2nd UF Water Institute Symposium Abstract

Submitter's Name David Kaplan
Session Name Poster Session: Hydrologic, Biogeochemical and Ecological Processes 2
Category Hydrologic, biogeochemical and ecological processes
Poster Number 222
Author(s) David Kaplan,  UF Agricultural and Biological Engineering
  Rafael Muñoz-Carpena,  UF Agricultural and Biological Engineering
  Yongshan Wan, South Florida Water Management District
  Marion Hedgepeth, South Florida Water Management District
  Dick Roberts, Florida Park Service (Retired)
  Linking River, Floodplain, and Vadose Zone Hydrology to Improve Restoration of a Coastal River Impacted by Saltwater Intrusion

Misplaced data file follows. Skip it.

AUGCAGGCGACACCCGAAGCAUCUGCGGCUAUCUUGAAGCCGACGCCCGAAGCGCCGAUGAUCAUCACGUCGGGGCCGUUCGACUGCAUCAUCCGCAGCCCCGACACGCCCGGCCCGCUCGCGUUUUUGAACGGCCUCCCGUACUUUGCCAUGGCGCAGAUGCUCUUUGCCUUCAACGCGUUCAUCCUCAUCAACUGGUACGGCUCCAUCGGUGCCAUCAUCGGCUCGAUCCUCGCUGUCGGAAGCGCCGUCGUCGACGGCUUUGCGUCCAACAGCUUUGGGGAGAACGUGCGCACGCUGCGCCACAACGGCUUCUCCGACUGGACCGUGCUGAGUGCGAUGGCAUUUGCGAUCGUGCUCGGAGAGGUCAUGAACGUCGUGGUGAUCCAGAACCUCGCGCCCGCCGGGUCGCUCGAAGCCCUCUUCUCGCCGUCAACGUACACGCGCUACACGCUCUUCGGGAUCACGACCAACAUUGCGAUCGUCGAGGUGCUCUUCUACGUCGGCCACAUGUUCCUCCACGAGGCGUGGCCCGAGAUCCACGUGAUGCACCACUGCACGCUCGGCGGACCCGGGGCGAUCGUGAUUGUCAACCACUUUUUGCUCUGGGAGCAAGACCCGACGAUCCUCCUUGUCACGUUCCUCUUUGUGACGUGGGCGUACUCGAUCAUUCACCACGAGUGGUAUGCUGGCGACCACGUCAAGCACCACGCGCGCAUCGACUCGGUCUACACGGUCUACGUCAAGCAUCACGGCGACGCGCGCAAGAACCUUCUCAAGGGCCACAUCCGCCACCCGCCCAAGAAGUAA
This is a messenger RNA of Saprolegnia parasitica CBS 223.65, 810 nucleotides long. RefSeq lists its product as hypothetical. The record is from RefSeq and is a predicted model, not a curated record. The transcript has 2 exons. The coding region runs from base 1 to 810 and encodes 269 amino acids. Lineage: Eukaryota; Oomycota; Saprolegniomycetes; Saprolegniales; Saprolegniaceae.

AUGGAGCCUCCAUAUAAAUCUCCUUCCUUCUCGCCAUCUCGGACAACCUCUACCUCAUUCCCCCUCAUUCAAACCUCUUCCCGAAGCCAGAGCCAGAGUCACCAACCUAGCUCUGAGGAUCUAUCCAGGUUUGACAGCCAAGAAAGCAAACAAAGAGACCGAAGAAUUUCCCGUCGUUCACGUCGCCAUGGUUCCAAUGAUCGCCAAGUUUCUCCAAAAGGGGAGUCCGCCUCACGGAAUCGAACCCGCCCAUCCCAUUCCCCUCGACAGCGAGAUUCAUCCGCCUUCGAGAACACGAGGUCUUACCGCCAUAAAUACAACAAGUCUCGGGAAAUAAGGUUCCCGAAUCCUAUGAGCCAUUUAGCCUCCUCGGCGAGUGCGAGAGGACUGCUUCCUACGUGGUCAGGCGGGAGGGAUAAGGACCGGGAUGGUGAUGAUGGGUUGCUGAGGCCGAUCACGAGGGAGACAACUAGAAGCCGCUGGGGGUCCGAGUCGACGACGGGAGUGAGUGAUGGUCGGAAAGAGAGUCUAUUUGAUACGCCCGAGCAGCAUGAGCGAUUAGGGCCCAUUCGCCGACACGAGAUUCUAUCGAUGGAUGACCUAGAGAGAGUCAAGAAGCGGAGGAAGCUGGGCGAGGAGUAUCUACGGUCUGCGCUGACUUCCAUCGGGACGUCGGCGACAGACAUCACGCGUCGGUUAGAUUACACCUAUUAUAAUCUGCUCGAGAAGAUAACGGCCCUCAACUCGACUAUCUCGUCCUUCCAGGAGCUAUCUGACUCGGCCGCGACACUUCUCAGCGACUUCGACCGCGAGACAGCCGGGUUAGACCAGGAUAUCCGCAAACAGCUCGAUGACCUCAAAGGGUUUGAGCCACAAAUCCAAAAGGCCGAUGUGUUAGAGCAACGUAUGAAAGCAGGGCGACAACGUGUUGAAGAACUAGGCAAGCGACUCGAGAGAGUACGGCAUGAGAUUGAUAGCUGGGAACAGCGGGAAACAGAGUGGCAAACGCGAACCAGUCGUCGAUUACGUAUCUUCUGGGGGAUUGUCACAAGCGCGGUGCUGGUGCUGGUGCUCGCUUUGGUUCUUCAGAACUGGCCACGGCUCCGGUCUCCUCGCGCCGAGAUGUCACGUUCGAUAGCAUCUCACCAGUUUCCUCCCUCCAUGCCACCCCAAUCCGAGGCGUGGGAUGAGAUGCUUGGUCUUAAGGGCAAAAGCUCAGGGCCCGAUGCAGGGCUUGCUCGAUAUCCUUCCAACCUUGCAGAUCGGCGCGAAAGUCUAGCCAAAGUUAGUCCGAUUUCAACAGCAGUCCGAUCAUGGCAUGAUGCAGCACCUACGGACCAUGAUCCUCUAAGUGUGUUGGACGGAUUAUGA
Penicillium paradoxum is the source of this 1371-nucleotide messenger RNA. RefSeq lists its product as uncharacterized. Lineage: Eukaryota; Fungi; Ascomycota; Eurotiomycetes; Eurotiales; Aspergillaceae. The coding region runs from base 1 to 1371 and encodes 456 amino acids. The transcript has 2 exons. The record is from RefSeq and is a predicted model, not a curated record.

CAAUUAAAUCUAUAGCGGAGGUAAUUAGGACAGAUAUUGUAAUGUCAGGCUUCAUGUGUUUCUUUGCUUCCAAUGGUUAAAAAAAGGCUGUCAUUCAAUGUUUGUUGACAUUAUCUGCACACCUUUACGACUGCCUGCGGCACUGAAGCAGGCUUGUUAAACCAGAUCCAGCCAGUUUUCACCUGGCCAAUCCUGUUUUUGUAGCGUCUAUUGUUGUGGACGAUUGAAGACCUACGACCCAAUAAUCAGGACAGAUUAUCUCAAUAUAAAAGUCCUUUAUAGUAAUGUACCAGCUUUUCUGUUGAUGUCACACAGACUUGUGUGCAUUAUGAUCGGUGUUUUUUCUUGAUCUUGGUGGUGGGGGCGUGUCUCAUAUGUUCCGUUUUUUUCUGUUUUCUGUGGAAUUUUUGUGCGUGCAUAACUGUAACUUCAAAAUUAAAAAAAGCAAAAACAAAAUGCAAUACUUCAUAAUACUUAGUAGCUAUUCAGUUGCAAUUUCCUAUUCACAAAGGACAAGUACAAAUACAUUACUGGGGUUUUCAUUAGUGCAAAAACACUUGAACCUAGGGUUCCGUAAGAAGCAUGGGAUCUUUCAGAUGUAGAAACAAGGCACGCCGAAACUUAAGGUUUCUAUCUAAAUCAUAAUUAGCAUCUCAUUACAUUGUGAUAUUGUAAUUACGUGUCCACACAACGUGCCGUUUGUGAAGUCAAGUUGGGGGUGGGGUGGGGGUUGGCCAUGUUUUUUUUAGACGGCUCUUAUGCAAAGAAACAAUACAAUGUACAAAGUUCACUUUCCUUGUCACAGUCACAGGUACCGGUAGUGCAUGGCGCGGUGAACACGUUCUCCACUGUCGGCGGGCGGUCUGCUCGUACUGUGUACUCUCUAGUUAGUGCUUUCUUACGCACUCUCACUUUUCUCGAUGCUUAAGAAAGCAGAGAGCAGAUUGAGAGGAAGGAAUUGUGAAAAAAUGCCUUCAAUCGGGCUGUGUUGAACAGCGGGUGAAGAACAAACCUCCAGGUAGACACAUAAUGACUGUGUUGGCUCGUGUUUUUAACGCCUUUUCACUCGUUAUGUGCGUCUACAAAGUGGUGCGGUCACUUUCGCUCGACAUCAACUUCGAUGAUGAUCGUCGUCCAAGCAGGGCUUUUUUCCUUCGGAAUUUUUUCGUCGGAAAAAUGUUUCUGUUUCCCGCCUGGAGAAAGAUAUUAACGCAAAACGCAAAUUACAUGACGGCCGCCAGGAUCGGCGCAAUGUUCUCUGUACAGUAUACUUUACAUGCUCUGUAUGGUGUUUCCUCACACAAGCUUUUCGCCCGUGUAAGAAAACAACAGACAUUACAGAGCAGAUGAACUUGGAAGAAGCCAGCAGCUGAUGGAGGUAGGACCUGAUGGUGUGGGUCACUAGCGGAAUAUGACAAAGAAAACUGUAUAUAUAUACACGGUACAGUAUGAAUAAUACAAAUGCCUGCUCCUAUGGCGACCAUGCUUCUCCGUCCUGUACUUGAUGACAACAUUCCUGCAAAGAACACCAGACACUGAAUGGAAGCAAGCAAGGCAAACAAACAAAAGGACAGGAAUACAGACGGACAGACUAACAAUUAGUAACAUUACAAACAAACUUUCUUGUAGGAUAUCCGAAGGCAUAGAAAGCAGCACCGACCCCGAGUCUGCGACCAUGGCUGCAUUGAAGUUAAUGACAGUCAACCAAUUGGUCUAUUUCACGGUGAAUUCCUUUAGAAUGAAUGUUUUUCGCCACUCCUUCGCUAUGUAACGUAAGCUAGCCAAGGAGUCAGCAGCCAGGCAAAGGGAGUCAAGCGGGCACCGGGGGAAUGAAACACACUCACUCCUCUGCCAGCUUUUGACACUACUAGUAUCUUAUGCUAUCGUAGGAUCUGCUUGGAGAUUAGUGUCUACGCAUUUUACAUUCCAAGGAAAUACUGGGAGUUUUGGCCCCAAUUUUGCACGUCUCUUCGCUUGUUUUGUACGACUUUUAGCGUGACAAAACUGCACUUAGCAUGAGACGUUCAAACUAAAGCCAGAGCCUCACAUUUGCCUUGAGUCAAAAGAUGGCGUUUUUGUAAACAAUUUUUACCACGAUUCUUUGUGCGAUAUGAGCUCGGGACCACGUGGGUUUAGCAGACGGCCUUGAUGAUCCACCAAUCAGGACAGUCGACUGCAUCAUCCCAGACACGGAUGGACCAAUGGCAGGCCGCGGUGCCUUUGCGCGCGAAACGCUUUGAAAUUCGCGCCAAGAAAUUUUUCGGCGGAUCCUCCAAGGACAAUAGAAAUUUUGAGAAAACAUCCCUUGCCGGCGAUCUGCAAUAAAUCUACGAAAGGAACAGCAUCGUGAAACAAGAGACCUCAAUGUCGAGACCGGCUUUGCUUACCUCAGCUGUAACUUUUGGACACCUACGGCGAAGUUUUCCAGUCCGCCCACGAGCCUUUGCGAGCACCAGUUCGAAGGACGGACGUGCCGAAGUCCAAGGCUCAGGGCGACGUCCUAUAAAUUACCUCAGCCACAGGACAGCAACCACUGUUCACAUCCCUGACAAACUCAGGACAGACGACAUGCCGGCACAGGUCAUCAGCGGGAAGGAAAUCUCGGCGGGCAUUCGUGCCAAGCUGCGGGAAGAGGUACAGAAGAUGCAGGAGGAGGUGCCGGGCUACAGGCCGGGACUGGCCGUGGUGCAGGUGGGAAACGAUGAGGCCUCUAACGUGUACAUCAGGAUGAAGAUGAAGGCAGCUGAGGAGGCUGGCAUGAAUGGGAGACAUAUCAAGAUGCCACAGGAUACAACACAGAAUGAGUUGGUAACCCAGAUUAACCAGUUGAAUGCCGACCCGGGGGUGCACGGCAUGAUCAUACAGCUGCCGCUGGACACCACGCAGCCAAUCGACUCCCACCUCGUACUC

Floodplain forests provide unique ecological structure and function, which are often degraded or lost when watershed hydrology is modified. Restoration of impacted ecosystems requires an understanding of surface water, groundwater, and vadose (unsaturated) zone hydrology in the floodplain. Soil moisture and porewater salinity are of particular importance for seed germination and seedling survival in systems impacted by saltwater intrusion, but are difficult to monitor and often overlooked. This study contributes to the understanding of floodplain hydrology in one of the last bald cypress (Taxodium distichum [L.] Rich.) floodplain swamps in southeast Florida (USA) by investigating soil moisture and porewater salinity dynamics in the floodplain of the Loxahatchee River, where reduced freshwater flow has led to saltwater intrusion and a transition to salt-tolerant, mangrove-dominated communities. Twenty-four dielectric probes measuring soil moisture and porewater salinity every 30 minutes were installed along two transects perpendicular to the river—one in an upstream, freshwater location; the other in a downstream tidal area. Data collected over four years quantified the spatial variability and temporal dynamics of vadose zone hydrology and showed that soil moisture can be closely predicted based on river stage and topographic elevation (coefficient of efficiency = 0.83). Porewater salinity rarely exceeded tolerance thresholds for bald cypress upstream, but did so in some downstream areas, explaining observed vegetation changes. The results offer a methodological and analytical framework for floodplain monitoring in other locations where restoration success depends on vadose zone hydrology and provide relationships for evaluating proposed management scenarios for the Loxahatchee River. (Additional authors: Fawen Zheng, SFWMD and Rob Rossmanith, FPS)